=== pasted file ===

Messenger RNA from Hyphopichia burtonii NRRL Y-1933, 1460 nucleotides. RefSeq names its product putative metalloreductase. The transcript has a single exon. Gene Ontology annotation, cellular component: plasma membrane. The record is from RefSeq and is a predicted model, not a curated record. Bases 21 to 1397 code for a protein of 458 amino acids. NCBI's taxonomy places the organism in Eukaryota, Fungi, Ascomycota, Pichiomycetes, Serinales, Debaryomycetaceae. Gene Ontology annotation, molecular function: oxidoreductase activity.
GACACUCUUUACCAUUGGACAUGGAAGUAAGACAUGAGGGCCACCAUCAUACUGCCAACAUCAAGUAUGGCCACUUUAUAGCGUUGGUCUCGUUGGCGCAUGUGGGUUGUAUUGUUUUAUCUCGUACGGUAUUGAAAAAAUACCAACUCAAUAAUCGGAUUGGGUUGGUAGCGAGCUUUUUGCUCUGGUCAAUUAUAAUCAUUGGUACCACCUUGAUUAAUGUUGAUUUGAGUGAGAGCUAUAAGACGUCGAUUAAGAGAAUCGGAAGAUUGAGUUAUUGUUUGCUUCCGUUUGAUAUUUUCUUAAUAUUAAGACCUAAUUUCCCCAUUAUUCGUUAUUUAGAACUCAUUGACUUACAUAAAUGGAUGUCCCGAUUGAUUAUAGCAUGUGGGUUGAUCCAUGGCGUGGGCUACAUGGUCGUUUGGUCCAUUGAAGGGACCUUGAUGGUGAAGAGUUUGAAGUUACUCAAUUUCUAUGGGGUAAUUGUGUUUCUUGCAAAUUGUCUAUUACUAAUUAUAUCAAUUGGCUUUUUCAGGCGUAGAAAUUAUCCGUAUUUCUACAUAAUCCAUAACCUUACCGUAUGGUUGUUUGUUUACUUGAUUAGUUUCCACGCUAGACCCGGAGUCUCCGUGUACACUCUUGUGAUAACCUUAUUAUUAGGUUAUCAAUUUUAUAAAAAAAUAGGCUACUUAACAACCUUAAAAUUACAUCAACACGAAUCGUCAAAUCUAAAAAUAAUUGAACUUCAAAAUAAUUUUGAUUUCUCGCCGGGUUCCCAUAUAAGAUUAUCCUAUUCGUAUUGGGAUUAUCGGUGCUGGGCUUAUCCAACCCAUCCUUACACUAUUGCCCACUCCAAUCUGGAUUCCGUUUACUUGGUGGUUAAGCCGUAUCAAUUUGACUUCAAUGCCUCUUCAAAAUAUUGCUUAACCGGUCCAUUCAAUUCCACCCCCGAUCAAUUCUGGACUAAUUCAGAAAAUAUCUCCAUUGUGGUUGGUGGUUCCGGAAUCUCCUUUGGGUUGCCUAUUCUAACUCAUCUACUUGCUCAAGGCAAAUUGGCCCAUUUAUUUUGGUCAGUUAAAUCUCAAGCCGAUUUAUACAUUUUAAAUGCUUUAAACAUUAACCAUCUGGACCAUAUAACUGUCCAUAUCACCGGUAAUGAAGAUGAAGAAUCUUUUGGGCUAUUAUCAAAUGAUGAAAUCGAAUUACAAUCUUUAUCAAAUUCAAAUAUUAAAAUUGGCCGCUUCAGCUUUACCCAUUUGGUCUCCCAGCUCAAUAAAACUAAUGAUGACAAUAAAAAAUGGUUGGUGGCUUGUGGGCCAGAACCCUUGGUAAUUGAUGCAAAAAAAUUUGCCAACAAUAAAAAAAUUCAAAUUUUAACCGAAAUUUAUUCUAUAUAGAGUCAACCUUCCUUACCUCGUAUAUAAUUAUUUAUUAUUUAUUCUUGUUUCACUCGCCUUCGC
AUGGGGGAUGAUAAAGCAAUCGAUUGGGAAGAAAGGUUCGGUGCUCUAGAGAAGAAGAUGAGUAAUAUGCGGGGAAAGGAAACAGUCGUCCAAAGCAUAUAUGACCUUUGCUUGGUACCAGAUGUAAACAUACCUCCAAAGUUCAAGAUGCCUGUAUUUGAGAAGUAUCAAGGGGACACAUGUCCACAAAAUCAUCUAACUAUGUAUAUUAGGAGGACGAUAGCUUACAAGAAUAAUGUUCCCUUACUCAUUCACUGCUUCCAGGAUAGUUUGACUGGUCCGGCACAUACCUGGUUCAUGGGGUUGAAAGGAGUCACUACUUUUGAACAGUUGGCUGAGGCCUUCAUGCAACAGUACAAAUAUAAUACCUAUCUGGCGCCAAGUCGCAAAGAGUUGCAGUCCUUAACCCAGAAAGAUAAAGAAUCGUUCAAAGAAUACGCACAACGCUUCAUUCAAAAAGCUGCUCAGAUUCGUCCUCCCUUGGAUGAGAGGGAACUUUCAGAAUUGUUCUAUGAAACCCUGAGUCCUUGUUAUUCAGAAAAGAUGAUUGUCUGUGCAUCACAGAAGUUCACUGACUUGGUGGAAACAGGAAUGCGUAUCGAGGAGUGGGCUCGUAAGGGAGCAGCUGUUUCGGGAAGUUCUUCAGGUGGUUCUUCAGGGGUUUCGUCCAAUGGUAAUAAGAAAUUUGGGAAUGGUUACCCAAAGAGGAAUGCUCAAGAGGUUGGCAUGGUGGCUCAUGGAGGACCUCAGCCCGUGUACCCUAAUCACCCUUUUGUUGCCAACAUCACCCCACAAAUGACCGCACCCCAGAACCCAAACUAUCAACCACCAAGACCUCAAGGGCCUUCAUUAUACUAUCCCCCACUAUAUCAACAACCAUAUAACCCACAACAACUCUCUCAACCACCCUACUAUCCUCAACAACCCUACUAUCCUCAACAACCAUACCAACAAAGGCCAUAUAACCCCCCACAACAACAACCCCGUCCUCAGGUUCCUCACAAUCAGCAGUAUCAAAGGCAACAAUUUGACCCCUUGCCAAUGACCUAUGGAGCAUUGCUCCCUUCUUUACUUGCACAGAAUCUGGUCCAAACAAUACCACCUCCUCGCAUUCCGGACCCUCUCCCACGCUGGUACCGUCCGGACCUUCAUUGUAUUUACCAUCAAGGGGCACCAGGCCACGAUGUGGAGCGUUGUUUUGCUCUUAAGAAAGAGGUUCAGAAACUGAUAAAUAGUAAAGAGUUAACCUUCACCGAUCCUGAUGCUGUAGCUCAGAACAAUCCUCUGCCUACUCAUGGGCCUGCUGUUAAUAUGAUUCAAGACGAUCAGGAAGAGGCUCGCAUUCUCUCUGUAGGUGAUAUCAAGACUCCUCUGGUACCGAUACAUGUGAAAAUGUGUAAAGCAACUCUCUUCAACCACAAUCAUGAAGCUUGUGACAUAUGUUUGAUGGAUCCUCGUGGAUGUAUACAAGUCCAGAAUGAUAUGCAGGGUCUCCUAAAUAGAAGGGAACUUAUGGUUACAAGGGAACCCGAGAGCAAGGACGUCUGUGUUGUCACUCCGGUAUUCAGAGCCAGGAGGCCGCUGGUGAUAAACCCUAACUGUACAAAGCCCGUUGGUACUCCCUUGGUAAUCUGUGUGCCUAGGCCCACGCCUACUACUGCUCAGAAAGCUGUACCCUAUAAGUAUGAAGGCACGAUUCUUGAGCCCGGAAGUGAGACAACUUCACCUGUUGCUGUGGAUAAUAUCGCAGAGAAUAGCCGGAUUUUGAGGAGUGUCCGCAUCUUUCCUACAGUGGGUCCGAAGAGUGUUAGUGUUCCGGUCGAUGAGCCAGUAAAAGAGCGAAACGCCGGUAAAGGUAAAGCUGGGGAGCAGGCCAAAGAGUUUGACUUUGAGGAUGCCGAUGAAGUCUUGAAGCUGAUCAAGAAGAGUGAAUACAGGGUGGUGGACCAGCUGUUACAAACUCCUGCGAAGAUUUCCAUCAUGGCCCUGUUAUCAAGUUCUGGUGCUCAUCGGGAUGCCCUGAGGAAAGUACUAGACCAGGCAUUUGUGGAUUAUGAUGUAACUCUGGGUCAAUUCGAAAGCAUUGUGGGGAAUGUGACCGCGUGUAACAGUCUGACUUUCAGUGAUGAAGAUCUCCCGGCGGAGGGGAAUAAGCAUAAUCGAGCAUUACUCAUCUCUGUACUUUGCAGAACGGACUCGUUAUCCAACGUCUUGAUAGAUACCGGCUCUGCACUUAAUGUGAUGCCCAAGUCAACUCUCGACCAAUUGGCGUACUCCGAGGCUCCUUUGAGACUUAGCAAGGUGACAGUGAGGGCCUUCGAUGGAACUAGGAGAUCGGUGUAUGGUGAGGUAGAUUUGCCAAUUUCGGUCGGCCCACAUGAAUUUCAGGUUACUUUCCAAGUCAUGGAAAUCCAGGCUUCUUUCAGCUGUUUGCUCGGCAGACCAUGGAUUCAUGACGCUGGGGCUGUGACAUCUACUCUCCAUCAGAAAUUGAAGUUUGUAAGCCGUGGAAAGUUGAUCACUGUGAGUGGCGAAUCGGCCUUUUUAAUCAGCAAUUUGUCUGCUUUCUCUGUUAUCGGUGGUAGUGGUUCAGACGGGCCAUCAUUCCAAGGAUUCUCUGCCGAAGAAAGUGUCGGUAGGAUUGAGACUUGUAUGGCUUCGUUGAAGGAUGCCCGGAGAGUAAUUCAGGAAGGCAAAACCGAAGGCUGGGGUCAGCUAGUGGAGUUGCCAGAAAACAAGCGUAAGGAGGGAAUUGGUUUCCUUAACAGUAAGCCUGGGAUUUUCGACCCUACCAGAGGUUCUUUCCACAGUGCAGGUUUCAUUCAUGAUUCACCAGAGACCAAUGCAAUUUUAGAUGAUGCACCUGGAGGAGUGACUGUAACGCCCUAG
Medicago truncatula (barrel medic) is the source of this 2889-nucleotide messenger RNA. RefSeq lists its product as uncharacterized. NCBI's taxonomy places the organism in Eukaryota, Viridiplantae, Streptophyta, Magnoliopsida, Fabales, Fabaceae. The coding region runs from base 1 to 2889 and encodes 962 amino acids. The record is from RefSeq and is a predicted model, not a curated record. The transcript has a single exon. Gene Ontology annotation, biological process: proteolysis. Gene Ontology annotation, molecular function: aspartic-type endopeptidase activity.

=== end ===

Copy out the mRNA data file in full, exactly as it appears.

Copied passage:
Messenger RNA from Hyphopichia burtonii NRRL Y-1933, 1460 nucleotides. RefSeq names its product putative metalloreductase. The transcript has a single exon. Gene Ontology annotation, cellular component: plasma membrane. The record is from RefSeq and is a predicted model, not a curated record. Bases 21 to 1397 code for a protein of 458 amino acids. NCBI's taxonomy places the organism in Eukaryota, Fungi, Ascomycota, Pichiomycetes, Serinales, Debaryomycetaceae. Gene Ontology annotation, molecular function: oxidoreductase activity.
GACACUCUUUACCAUUGGACAUGGAAGUAAGACAUGAGGGCCACCAUCAUACUGCCAACAUCAAGUAUGGCCACUUUAUAGCGUUGGUCUCGUUGGCGCAUGUGGGUUGUAUUGUUUUAUCUCGUACGGUAUUGAAAAAAUACCAACUCAAUAAUCGGAUUGGGUUGGUAGCGAGCUUUUUGCUCUGGUCAAUUAUAAUCAUUGGUACCACCUUGAUUAAUGUUGAUUUGAGUGAGAGCUAUAAGACGUCGAUUAAGAGAAUCGGAAGAUUGAGUUAUUGUUUGCUUCCGUUUGAUAUUUUCUUAAUAUUAAGACCUAAUUUCCCCAUUAUUCGUUAUUUAGAACUCAUUGACUUACAUAAAUGGAUGUCCCGAUUGAUUAUAGCAUGUGGGUUGAUCCAUGGCGUGGGCUACAUGGUCGUUUGGUCCAUUGAAGGGACCUUGAUGGUGAAGAGUUUGAAGUUACUCAAUUUCUAUGGGGUAAUUGUGUUUCUUGCAAAUUGUCUAUUACUAAUUAUAUCAAUUGGCUUUUUCAGGCGUAGAAAUUAUCCGUAUUUCUACAUAAUCCAUAACCUUACCGUAUGGUUGUUUGUUUACUUGAUUAGUUUCCACGCUAGACCCGGAGUCUCCGUGUACACUCUUGUGAUAACCUUAUUAUUAGGUUAUCAAUUUUAUAAAAAAAUAGGCUACUUAACAACCUUAAAAUUACAUCAACACGAAUCGUCAAAUCUAAAAAUAAUUGAACUUCAAAAUAAUUUUGAUUUCUCGCCGGGUUCCCAUAUAAGAUUAUCCUAUUCGUAUUGGGAUUAUCGGUGCUGGGCUUAUCCAACCCAUCCUUACACUAUUGCCCACUCCAAUCUGGAUUCCGUUUACUUGGUGGUUAAGCCGUAUCAAUUUGACUUCAAUGCCUCUUCAAAAUAUUGCUUAACCGGUCCAUUCAAUUCCACCCCCGAUCAAUUCUGGACUAAUUCAGAAAAUAUCUCCAUUGUGGUUGGUGGUUCCGGAAUCUCCUUUGGGUUGCCUAUUCUAACUCAUCUACUUGCUCAAGGCAAAUUGGCCCAUUUAUUUUGGUCAGUUAAAUCUCAAGCCGAUUUAUACAUUUUAAAUGCUUUAAACAUUAACCAUCUGGACCAUAUAACUGUCCAUAUCACCGGUAAUGAAGAUGAAGAAUCUUUUGGGCUAUUAUCAAAUGAUGAAAUCGAAUUACAAUCUUUAUCAAAUUCAAAUAUUAAAAUUGGCCGCUUCAGCUUUACCCAUUUGGUCUCCCAGCUCAAUAAAACUAAUGAUGACAAUAAAAAAUGGUUGGUGGCUUGUGGGCCAGAACCCUUGGUAAUUGAUGCAAAAAAAUUUGCCAACAAUAAAAAAAUUCAAAUUUUAACCGAAAUUUAUUCUAUAUAGAGUCAACCUUCCUUACCUCGUAUAUAAUUAUUUAUUAUUUAUUCUUGUUUCACUCGCCUUCGC
AUGGGGGAUGAUAAAGCAAUCGAUUGGGAAGAAAGGUUCGGUGCUCUAGAGAAGAAGAUGAGUAAUAUGCGGGGAAAGGAAACAGUCGUCCAAAGCAUAUAUGACCUUUGCUUGGUACCAGAUGUAAACAUACCUCCAAAGUUCAAGAUGCCUGUAUUUGAGAAGUAUCAAGGGGACACAUGUCCACAAAAUCAUCUAACUAUGUAUAUUAGGAGGACGAUAGCUUACAAGAAUAAUGUUCCCUUACUCAUUCACUGCUUCCAGGAUAGUUUGACUGGUCCGGCACAUACCUGGUUCAUGGGGUUGAAAGGAGUCACUACUUUUGAACAGUUGGCUGAGGCCUUCAUGCAACAGUACAAAUAUAAUACCUAUCUGGCGCCAAGUCGCAAAGAGUUGCAGUCCUUAACCCAGAAAGAUAAAGAAUCGUUCAAAGAAUACGCACAACGCUUCAUUCAAAAAGCUGCUCAGAUUCGUCCUCCCUUGGAUGAGAGGGAACUUUCAGAAUUGUUCUAUGAAACCCUGAGUCCUUGUUAUUCAGAAAAGAUGAUUGUCUGUGCAUCACAGAAGUUCACUGACUUGGUGGAAACAGGAAUGCGUAUCGAGGAGUGGGCUCGUAAGGGAGCAGCUGUUUCGGGAAGUUCUUCAGGUGGUUCUUCAGGGGUUUCGUCCAAUGGUAAUAAGAAAUUUGGGAAUGGUUACCCAAAGAGGAAUGCUCAAGAGGUUGGCAUGGUGGCUCAUGGAGGACCUCAGCCCGUGUACCCUAAUCACCCUUUUGUUGCCAACAUCACCCCACAAAUGACCGCACCCCAGAACCCAAACUAUCAACCACCAAGACCUCAAGGGCCUUCAUUAUACUAUCCCCCACUAUAUCAACAACCAUAUAACCCACAACAACUCUCUCAACCACCCUACUAUCCUCAACAACCCUACUAUCCUCAACAACCAUACCAACAAAGGCCAUAUAACCCCCCACAACAACAACCCCGUCCUCAGGUUCCUCACAAUCAGCAGUAUCAAAGGCAACAAUUUGACCCCUUGCCAAUGACCUAUGGAGCAUUGCUCCCUUCUUUACUUGCACAGAAUCUGGUCCAAACAAUACCACCUCCUCGCAUUCCGGACCCUCUCCCACGCUGGUACCGUCCGGACCUUCAUUGUAUUUACCAUCAAGGGGCACCAGGCCACGAUGUGGAGCGUUGUUUUGCUCUUAAGAAAGAGGUUCAGAAACUGAUAAAUAGUAAAGAGUUAACCUUCACCGAUCCUGAUGCUGUAGCUCAGAACAAUCCUCUGCCUACUCAUGGGCCUGCUGUUAAUAUGAUUCAAGACGAUCAGGAAGAGGCUCGCAUUCUCUCUGUAGGUGAUAUCAAGACUCCUCUGGUACCGAUACAUGUGAAAAUGUGUAAAGCAACUCUCUUCAACCACAAUCAUGAAGCUUGUGACAUAUGUUUGAUGGAUCCUCGUGGAUGUAUACAAGUCCAGAAUGAUAUGCAGGGUCUCCUAAAUAGAAGGGAACUUAUGGUUACAAGGGAACCCGAGAGCAAGGACGUCUGUGUUGUCACUCCGGUAUUCAGAGCCAGGAGGCCGCUGGUGAUAAACCCUAACUGUACAAAGCCCGUUGGUACUCCCUUGGUAAUCUGUGUGCCUAGGCCCACGCCUACUACUGCUCAGAAAGCUGUACCCUAUAAGUAUGAAGGCACGAUUCUUGAGCCCGGAAGUGAGACAACUUCACCUGUUGCUGUGGAUAAUAUCGCAGAGAAUAGCCGGAUUUUGAGGAGUGUCCGCAUCUUUCCUACAGUGGGUCCGAAGAGUGUUAGUGUUCCGGUCGAUGAGCCAGUAAAAGAGCGAAACGCCGGUAAAGGUAAAGCUGGGGAGCAGGCCAAAGAGUUUGACUUUGAGGAUGCCGAUGAAGUCUUGAAGCUGAUCAAGAAGAGUGAAUACAGGGUGGUGGACCAGCUGUUACAAACUCCUGCGAAGAUUUCCAUCAUGGCCCUGUUAUCAAGUUCUGGUGCUCAUCGGGAUGCCCUGAGGAAAGUACUAGACCAGGCAUUUGUGGAUUAUGAUGUAACUCUGGGUCAAUUCGAAAGCAUUGUGGGGAAUGUGACCGCGUGUAACAGUCUGACUUUCAGUGAUGAAGAUCUCCCGGCGGAGGGGAAUAAGCAUAAUCGAGCAUUACUCAUCUCUGUACUUUGCAGAACGGACUCGUUAUCCAACGUCUUGAUAGAUACCGGCUCUGCACUUAAUGUGAUGCCCAAGUCAACUCUCGACCAAUUGGCGUACUCCGAGGCUCCUUUGAGACUUAGCAAGGUGACAGUGAGGGCCUUCGAUGGAACUAGGAGAUCGGUGUAUGGUGAGGUAGAUUUGCCAAUUUCGGUCGGCCCACAUGAAUUUCAGGUUACUUUCCAAGUCAUGGAAAUCCAGGCUUCUUUCAGCUGUUUGCUCGGCAGACCAUGGAUUCAUGACGCUGGGGCUGUGACAUCUACUCUCCAUCAGAAAUUGAAGUUUGUAAGCCGUGGAAAGUUGAUCACUGUGAGUGGCGAAUCGGCCUUUUUAAUCAGCAAUUUGUCUGCUUUCUCUGUUAUCGGUGGUAGUGGUUCAGACGGGCCAUCAUUCCAAGGAUUCUCUGCCGAAGAAAGUGUCGGUAGGAUUGAGACUUGUAUGGCUUCGUUGAAGGAUGCCCGGAGAGUAAUUCAGGAAGGCAAAACCGAAGGCUGGGGUCAGCUAGUGGAGUUGCCAGAAAACAAGCGUAAGGAGGGAAUUGGUUUCCUUAACAGUAAGCCUGGGAUUUUCGACCCUACCAGAGGUUCUUUCCACAGUGCAGGUUUCAUUCAUGAUUCACCAGAGACCAAUGCAAUUUUAGAUGAUGCACCUGGAGGAGUGACUGUAACGCCCUAG
Medicago truncatula (barrel medic) is the source of this 2889-nucleotide messenger RNA. RefSeq lists its product as uncharacterized. NCBI's taxonomy places the organism in Eukaryota, Viridiplantae, Streptophyta, Magnoliopsida, Fabales, Fabaceae. The coding region runs from base 1 to 2889 and encodes 962 amino acids. The record is from RefSeq and is a predicted model, not a curated record. The transcript has a single exon. Gene Ontology annotation, biological process: proteolysis. Gene Ontology annotation, molecular function: aspartic-type endopeptidase activity.